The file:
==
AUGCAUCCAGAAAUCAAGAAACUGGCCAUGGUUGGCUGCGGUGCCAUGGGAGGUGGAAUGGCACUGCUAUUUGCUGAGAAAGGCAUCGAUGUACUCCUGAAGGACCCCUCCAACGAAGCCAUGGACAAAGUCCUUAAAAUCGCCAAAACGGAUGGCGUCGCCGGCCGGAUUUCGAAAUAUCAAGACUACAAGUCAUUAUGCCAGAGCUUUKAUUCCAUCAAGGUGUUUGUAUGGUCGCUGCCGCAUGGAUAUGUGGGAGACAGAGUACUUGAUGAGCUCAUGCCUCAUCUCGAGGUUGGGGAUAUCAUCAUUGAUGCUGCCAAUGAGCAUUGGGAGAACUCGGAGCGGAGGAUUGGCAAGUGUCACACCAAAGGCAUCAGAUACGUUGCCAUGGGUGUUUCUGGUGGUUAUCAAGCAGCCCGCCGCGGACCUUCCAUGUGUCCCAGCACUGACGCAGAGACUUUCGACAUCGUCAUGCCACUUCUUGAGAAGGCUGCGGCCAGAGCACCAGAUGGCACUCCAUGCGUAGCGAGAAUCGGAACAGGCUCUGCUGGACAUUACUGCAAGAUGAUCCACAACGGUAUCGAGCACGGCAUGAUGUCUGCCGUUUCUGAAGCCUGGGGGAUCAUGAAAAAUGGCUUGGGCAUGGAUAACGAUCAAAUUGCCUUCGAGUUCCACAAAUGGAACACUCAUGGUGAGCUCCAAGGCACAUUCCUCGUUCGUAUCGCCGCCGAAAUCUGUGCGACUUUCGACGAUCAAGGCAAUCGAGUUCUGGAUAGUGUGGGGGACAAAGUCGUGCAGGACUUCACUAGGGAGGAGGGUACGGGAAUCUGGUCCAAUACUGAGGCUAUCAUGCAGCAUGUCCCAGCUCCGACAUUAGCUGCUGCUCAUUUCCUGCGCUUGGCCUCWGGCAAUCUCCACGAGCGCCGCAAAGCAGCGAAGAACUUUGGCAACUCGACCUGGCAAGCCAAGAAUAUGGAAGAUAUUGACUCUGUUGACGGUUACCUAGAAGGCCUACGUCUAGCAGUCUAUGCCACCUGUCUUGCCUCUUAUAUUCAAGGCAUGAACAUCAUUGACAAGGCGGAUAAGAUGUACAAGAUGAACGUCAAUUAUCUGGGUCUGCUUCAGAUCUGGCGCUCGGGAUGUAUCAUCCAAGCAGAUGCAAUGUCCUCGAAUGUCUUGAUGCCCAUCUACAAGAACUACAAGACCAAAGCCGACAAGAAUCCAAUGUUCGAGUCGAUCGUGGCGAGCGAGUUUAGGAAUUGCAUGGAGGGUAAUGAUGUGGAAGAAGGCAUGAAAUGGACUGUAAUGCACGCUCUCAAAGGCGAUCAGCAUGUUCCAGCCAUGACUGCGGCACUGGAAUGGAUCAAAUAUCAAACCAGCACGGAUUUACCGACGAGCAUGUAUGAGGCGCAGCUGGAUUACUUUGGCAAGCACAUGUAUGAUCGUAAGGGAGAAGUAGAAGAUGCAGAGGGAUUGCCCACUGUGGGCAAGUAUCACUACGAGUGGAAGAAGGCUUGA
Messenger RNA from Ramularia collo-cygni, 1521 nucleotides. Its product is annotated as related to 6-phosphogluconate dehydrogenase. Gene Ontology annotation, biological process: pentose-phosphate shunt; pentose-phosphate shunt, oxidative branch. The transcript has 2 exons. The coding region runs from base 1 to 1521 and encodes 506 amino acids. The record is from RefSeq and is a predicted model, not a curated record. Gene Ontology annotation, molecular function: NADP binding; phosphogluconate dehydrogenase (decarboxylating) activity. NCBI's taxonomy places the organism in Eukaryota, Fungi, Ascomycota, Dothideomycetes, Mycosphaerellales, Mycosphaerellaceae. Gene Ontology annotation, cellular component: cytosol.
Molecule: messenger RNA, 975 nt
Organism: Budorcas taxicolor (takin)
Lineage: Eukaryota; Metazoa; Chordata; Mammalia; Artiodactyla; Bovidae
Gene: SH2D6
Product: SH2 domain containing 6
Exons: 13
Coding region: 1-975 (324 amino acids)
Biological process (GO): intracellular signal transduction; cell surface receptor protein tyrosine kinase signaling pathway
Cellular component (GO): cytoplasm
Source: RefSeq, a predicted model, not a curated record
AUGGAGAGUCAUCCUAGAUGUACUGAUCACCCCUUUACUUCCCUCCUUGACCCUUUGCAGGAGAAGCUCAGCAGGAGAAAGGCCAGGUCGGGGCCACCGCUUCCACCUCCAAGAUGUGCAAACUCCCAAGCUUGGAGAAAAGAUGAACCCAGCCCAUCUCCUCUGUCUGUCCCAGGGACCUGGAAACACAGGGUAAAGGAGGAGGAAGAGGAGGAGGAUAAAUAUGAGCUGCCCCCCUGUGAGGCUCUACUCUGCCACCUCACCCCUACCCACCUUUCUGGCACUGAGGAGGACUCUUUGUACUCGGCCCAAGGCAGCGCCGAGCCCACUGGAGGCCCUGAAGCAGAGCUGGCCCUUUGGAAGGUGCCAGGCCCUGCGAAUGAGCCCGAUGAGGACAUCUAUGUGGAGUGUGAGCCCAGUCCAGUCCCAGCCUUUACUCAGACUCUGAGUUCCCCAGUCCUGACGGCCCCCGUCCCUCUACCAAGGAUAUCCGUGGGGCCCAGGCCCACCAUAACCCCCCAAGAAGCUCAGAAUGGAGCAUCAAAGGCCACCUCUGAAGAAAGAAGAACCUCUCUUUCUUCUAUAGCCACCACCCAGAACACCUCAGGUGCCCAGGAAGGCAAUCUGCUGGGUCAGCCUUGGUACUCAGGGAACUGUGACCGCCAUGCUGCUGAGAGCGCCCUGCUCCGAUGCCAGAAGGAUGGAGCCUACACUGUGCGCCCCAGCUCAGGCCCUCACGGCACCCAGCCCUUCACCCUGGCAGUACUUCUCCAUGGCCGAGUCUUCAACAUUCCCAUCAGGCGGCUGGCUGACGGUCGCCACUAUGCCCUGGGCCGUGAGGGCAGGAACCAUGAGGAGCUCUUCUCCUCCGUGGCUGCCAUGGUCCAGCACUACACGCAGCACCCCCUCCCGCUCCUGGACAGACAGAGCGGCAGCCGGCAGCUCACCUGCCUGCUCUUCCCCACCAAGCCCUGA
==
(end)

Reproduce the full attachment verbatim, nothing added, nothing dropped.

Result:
AUGCAUCCAGAAAUCAAGAAACUGGCCAUGGUUGGCUGCGGUGCCAUGGGAGGUGGAAUGGCACUGCUAUUUGCUGAGAAAGGCAUCGAUGUACUCCUGAAGGACCCCUCCAACGAAGCCAUGGACAAAGUCCUUAAAAUCGCCAAAACGGAUGGCGUCGCCGGCCGGAUUUCGAAAUAUCAAGACUACAAGUCAUUAUGCCAGAGCUUUKAUUCCAUCAAGGUGUUUGUAUGGUCGCUGCCGCAUGGAUAUGUGGGAGACAGAGUACUUGAUGAGCUCAUGCCUCAUCUCGAGGUUGGGGAUAUCAUCAUUGAUGCUGCCAAUGAGCAUUGGGAGAACUCGGAGCGGAGGAUUGGCAAGUGUCACACCAAAGGCAUCAGAUACGUUGCCAUGGGUGUUUCUGGUGGUUAUCAAGCAGCCCGCCGCGGACCUUCCAUGUGUCCCAGCACUGACGCAGAGACUUUCGACAUCGUCAUGCCACUUCUUGAGAAGGCUGCGGCCAGAGCACCAGAUGGCACUCCAUGCGUAGCGAGAAUCGGAACAGGCUCUGCUGGACAUUACUGCAAGAUGAUCCACAACGGUAUCGAGCACGGCAUGAUGUCUGCCGUUUCUGAAGCCUGGGGGAUCAUGAAAAAUGGCUUGGGCAUGGAUAACGAUCAAAUUGCCUUCGAGUUCCACAAAUGGAACACUCAUGGUGAGCUCCAAGGCACAUUCCUCGUUCGUAUCGCCGCCGAAAUCUGUGCGACUUUCGACGAUCAAGGCAAUCGAGUUCUGGAUAGUGUGGGGGACAAAGUCGUGCAGGACUUCACUAGGGAGGAGGGUACGGGAAUCUGGUCCAAUACUGAGGCUAUCAUGCAGCAUGUCCCAGCUCCGACAUUAGCUGCUGCUCAUUUCCUGCGCUUGGCCUCWGGCAAUCUCCACGAGCGCCGCAAAGCAGCGAAGAACUUUGGCAACUCGACCUGGCAAGCCAAGAAUAUGGAAGAUAUUGACUCUGUUGACGGUUACCUAGAAGGCCUACGUCUAGCAGUCUAUGCCACCUGUCUUGCCUCUUAUAUUCAAGGCAUGAACAUCAUUGACAAGGCGGAUAAGAUGUACAAGAUGAACGUCAAUUAUCUGGGUCUGCUUCAGAUCUGGCGCUCGGGAUGUAUCAUCCAAGCAGAUGCAAUGUCCUCGAAUGUCUUGAUGCCCAUCUACAAGAACUACAAGACCAAAGCCGACAAGAAUCCAAUGUUCGAGUCGAUCGUGGCGAGCGAGUUUAGGAAUUGCAUGGAGGGUAAUGAUGUGGAAGAAGGCAUGAAAUGGACUGUAAUGCACGCUCUCAAAGGCGAUCAGCAUGUUCCAGCCAUGACUGCGGCACUGGAAUGGAUCAAAUAUCAAACCAGCACGGAUUUACCGACGAGCAUGUAUGAGGCGCAGCUGGAUUACUUUGGCAAGCACAUGUAUGAUCGUAAGGGAGAAGUAGAAGAUGCAGAGGGAUUGCCCACUGUGGGCAAGUAUCACUACGAGUGGAAGAAGGCUUGA
Messenger RNA from Ramularia collo-cygni, 1521 nucleotides. Its product is annotated as related to 6-phosphogluconate dehydrogenase. Gene Ontology annotation, biological process: pentose-phosphate shunt; pentose-phosphate shunt, oxidative branch. The transcript has 2 exons. The coding region runs from base 1 to 1521 and encodes 506 amino acids. The record is from RefSeq and is a predicted model, not a curated record. Gene Ontology annotation, molecular function: NADP binding; phosphogluconate dehydrogenase (decarboxylating) activity. NCBI's taxonomy places the organism in Eukaryota, Fungi, Ascomycota, Dothideomycetes, Mycosphaerellales, Mycosphaerellaceae. Gene Ontology annotation, cellular component: cytosol.
Molecule: messenger RNA, 975 nt
Organism: Budorcas taxicolor (takin)
Lineage: Eukaryota; Metazoa; Chordata; Mammalia; Artiodactyla; Bovidae
Gene: SH2D6
Product: SH2 domain containing 6
Exons: 13
Coding region: 1-975 (324 amino acids)
Biological process (GO): intracellular signal transduction; cell surface receptor protein tyrosine kinase signaling pathway
Cellular component (GO): cytoplasm
Source: RefSeq, a predicted model, not a curated record
AUGGAGAGUCAUCCUAGAUGUACUGAUCACCCCUUUACUUCCCUCCUUGACCCUUUGCAGGAGAAGCUCAGCAGGAGAAAGGCCAGGUCGGGGCCACCGCUUCCACCUCCAAGAUGUGCAAACUCCCAAGCUUGGAGAAAAGAUGAACCCAGCCCAUCUCCUCUGUCUGUCCCAGGGACCUGGAAACACAGGGUAAAGGAGGAGGAAGAGGAGGAGGAUAAAUAUGAGCUGCCCCCCUGUGAGGCUCUACUCUGCCACCUCACCCCUACCCACCUUUCUGGCACUGAGGAGGACUCUUUGUACUCGGCCCAAGGCAGCGCCGAGCCCACUGGAGGCCCUGAAGCAGAGCUGGCCCUUUGGAAGGUGCCAGGCCCUGCGAAUGAGCCCGAUGAGGACAUCUAUGUGGAGUGUGAGCCCAGUCCAGUCCCAGCCUUUACUCAGACUCUGAGUUCCCCAGUCCUGACGGCCCCCGUCCCUCUACCAAGGAUAUCCGUGGGGCCCAGGCCCACCAUAACCCCCCAAGAAGCUCAGAAUGGAGCAUCAAAGGCCACCUCUGAAGAAAGAAGAACCUCUCUUUCUUCUAUAGCCACCACCCAGAACACCUCAGGUGCCCAGGAAGGCAAUCUGCUGGGUCAGCCUUGGUACUCAGGGAACUGUGACCGCCAUGCUGCUGAGAGCGCCCUGCUCCGAUGCCAGAAGGAUGGAGCCUACACUGUGCGCCCCAGCUCAGGCCCUCACGGCACCCAGCCCUUCACCCUGGCAGUACUUCUCCAUGGCCGAGUCUUCAACAUUCCCAUCAGGCGGCUGGCUGACGGUCGCCACUAUGCCCUGGGCCGUGAGGGCAGGAACCAUGAGGAGCUCUUCUCCUCCGUGGCUGCCAUGGUCCAGCACUACACGCAGCACCCCCUCCCGCUCCUGGACAGACAGAGCGGCAGCCGGCAGCUCACCUGCCUGCUCUUCCCCACCAAGCCCUGA